This… Read more »

Taa
Reply to  Outside the Bubble
4 years ago

http://www.fina.org/sites/default/files/finafinanacialreport2015.pdf

Thats the FINA financial statement from their website. Doesnt tell you much.

Steve Nolan
4 years ago

This is actually pretty interesting, especially given how “Olympics or bust” an athlete’s earning potential is.

commonwombat
Reply to  Steve Nolan
4 years ago

Yes, and FINA cannot necessarily depend on IOC being unreservedly in their corner. They learned over 40 years ago that amateurism was not sustainable and managed to transition to primarily professional or “lets have the best compete wherever possible”. Some of these institutional parties/sponsors are also strongly interlinked with other major sports (most swim brands are actually divisions of larger brands) and the IOC themselves. Gravely flawed institution that it is, the modern IOC is a very pragmatic lot and will “cut adrift” those who are harming the name/proving an embarrasment and will deal with ‘reform parties” in various sports/fields if they see its in their own best interests. One would think their advice to Sr Maglione (if he is… Read more »

G.I.N.A.
Reply to  commonwombat
4 years ago

Surely The IOC has more important stuff on the horizon e.g. the 2018 games in Pyeonchang or somewhere just 7 months away .

Washedup
4 years ago

The only thing they need to do is boycott a few meets. Once the networks feel the pain of the major athletes not attending and no one turning in to watch – FINA will accept their input. By the way, the other major item that needs to change is choosing of finalists for major meets. it should go back to prelims and top eight go to finals. 3 rounds of swimming creates mediocre times and a lack of new blood in the sport.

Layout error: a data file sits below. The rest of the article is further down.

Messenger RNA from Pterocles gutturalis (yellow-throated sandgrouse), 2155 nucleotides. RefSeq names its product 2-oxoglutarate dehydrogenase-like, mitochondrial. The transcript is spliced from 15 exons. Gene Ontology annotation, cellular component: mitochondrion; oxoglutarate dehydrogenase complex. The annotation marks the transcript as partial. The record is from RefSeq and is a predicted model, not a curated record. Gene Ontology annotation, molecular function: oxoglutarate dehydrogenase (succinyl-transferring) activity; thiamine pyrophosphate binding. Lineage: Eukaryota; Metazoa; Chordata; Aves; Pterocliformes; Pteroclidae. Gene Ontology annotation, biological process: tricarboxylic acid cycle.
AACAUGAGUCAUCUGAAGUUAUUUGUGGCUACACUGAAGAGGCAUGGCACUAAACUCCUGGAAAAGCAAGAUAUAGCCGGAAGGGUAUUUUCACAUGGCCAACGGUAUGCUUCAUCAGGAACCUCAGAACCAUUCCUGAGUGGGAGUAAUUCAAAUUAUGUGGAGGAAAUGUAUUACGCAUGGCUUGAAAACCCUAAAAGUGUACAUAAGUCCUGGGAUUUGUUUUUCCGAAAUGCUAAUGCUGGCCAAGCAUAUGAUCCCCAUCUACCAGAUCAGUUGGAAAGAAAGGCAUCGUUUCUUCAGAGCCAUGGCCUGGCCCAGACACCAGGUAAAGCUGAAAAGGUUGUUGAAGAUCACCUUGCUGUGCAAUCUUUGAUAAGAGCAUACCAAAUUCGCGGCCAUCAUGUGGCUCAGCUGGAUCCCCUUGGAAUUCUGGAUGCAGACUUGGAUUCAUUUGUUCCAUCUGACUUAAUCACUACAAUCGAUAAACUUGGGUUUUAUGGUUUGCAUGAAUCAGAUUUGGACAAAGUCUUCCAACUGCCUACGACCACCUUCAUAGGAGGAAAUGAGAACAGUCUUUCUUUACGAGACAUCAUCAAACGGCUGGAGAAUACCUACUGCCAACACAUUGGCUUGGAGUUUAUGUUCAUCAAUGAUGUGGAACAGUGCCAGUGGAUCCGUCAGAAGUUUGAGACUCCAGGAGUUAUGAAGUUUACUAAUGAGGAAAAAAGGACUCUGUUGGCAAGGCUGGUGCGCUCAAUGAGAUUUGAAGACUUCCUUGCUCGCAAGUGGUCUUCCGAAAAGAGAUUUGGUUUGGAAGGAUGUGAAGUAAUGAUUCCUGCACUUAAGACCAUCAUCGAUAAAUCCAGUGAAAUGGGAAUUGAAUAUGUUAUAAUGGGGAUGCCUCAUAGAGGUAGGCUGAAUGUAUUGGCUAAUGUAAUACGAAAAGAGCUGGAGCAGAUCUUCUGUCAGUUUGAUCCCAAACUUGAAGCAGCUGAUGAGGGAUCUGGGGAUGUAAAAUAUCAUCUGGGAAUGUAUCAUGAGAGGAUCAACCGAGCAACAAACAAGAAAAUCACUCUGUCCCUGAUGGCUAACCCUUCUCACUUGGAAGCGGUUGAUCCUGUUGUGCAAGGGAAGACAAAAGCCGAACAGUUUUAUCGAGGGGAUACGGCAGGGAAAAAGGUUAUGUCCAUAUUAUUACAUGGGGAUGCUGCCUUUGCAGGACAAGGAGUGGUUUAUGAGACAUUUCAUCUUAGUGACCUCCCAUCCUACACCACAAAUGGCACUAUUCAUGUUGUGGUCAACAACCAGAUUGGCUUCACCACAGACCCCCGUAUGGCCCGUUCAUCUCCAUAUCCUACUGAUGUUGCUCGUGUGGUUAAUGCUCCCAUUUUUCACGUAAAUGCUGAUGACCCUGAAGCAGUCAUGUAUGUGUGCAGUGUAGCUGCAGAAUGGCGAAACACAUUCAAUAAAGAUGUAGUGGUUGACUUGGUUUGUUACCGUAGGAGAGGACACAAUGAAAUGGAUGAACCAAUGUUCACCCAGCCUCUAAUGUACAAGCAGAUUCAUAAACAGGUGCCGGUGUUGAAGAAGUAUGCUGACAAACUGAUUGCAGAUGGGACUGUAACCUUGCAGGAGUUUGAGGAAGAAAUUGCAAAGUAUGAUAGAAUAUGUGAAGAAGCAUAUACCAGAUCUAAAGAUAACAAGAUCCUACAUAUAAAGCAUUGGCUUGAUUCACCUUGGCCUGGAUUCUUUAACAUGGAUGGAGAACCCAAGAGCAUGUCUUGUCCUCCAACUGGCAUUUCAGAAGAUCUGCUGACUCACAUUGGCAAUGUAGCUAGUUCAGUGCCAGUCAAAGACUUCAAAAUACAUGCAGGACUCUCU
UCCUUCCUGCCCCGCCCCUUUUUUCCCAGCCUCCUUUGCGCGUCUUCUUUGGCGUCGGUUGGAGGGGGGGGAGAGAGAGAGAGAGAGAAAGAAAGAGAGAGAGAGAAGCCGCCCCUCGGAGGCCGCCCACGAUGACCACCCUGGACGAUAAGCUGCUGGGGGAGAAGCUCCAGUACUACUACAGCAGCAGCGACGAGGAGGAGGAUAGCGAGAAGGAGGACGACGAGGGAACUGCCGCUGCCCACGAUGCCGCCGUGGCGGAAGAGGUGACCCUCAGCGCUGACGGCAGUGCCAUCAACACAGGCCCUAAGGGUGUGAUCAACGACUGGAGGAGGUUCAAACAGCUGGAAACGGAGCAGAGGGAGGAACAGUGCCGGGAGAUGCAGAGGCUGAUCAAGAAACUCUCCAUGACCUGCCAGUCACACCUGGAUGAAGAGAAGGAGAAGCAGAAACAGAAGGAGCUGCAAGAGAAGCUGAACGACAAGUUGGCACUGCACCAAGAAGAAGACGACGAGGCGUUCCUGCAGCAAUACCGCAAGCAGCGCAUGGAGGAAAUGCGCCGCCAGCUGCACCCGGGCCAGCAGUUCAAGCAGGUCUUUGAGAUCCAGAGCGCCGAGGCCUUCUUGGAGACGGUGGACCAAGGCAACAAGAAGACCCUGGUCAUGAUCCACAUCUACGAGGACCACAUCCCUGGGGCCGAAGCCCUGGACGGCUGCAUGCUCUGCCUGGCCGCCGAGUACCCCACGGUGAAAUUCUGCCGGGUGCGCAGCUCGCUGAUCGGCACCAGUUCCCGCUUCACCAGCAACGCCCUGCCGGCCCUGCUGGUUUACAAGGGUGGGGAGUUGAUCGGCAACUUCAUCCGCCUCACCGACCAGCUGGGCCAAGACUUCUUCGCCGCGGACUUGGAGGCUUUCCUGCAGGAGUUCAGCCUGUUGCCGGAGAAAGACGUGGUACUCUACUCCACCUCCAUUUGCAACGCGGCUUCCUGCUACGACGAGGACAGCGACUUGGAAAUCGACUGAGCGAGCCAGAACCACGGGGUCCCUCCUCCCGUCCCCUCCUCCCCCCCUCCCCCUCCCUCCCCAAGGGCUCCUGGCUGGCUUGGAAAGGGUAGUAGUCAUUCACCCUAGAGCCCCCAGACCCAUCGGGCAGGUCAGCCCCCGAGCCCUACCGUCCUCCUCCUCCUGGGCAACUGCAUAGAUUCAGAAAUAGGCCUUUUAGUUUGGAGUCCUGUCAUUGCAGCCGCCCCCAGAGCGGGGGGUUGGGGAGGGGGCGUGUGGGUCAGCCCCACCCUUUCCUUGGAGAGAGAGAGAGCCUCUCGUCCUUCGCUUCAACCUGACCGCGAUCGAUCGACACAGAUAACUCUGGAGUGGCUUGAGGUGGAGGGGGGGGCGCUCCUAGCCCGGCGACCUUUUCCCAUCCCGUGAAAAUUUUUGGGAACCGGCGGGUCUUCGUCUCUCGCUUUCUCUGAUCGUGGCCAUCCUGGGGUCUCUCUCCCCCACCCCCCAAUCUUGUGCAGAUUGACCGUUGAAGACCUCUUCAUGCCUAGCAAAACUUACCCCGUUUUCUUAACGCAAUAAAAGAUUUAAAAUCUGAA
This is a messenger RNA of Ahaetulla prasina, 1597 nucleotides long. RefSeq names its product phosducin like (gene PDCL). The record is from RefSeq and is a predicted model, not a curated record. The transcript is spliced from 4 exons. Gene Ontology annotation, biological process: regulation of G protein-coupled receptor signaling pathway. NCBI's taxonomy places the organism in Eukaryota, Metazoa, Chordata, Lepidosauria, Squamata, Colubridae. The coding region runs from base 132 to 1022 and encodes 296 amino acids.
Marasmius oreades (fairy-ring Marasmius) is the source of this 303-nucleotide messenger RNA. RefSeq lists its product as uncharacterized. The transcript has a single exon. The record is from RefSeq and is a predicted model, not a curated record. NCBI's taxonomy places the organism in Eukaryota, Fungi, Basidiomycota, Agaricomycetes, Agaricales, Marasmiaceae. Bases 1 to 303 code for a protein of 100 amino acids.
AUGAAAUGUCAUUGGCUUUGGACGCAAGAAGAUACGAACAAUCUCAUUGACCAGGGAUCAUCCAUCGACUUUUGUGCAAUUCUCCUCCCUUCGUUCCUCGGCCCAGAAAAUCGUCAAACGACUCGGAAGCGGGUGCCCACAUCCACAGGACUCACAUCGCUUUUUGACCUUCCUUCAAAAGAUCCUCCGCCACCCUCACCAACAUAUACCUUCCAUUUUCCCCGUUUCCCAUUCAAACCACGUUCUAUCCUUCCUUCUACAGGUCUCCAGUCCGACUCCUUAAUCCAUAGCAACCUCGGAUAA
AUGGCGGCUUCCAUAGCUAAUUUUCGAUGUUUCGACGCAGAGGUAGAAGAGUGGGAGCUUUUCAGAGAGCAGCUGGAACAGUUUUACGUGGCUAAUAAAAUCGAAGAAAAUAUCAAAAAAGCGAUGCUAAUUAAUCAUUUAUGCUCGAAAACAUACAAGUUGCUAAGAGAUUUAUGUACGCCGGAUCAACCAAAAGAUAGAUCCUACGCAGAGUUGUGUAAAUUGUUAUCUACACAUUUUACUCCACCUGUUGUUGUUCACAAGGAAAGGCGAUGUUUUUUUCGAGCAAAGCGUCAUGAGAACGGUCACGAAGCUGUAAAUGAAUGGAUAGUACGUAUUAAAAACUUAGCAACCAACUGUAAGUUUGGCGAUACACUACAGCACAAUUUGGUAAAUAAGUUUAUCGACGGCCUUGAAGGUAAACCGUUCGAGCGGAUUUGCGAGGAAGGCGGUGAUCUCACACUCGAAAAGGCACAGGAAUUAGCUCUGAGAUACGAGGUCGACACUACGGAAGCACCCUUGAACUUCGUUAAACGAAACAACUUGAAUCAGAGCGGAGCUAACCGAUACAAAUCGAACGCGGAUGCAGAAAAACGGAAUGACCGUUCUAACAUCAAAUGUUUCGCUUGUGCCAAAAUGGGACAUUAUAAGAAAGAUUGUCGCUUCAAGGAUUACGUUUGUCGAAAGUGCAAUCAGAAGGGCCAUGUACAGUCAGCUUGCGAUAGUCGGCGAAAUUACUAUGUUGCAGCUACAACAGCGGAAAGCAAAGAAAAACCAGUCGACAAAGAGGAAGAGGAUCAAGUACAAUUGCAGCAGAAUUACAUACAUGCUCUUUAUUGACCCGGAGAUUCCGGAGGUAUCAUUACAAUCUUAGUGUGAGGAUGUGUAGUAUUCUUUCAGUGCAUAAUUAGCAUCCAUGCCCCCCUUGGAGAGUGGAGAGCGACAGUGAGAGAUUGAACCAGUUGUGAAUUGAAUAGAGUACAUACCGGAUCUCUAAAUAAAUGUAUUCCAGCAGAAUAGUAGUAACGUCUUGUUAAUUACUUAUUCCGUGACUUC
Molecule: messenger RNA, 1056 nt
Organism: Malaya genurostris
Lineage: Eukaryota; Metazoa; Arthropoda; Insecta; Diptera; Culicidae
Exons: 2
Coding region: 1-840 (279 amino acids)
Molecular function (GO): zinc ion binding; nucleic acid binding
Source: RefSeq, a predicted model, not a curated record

Steve Nolan
Reply to  Washedup
4 years ago

What is the justification for 3 rounds? Before this recent US Nationals, I’d never really considered it.

Joe Bagodonuts Jr.
Reply to  Washedup
4 years ago

Don’t overestimate the market value. I love the sport, but, at least in America, most tune in every 4 years and satiate their enjoyment of watching. Outside of that, I’m not sure the general public is clamoring for televised meets.

Washedup
Reply to  Joe Bagodonuts Jr.
4 years ago

Joe – I won’t watch an Arena meet if no one recognizable is swimming it. During 2015-16 when certain Arena meets were being used for tuneups to the Olympics and the stars of the sport were more likely to participate, I was much more likely to watch the full meet and especially certain events (i.e. Phelps in the IM or Ledecky swimming distance).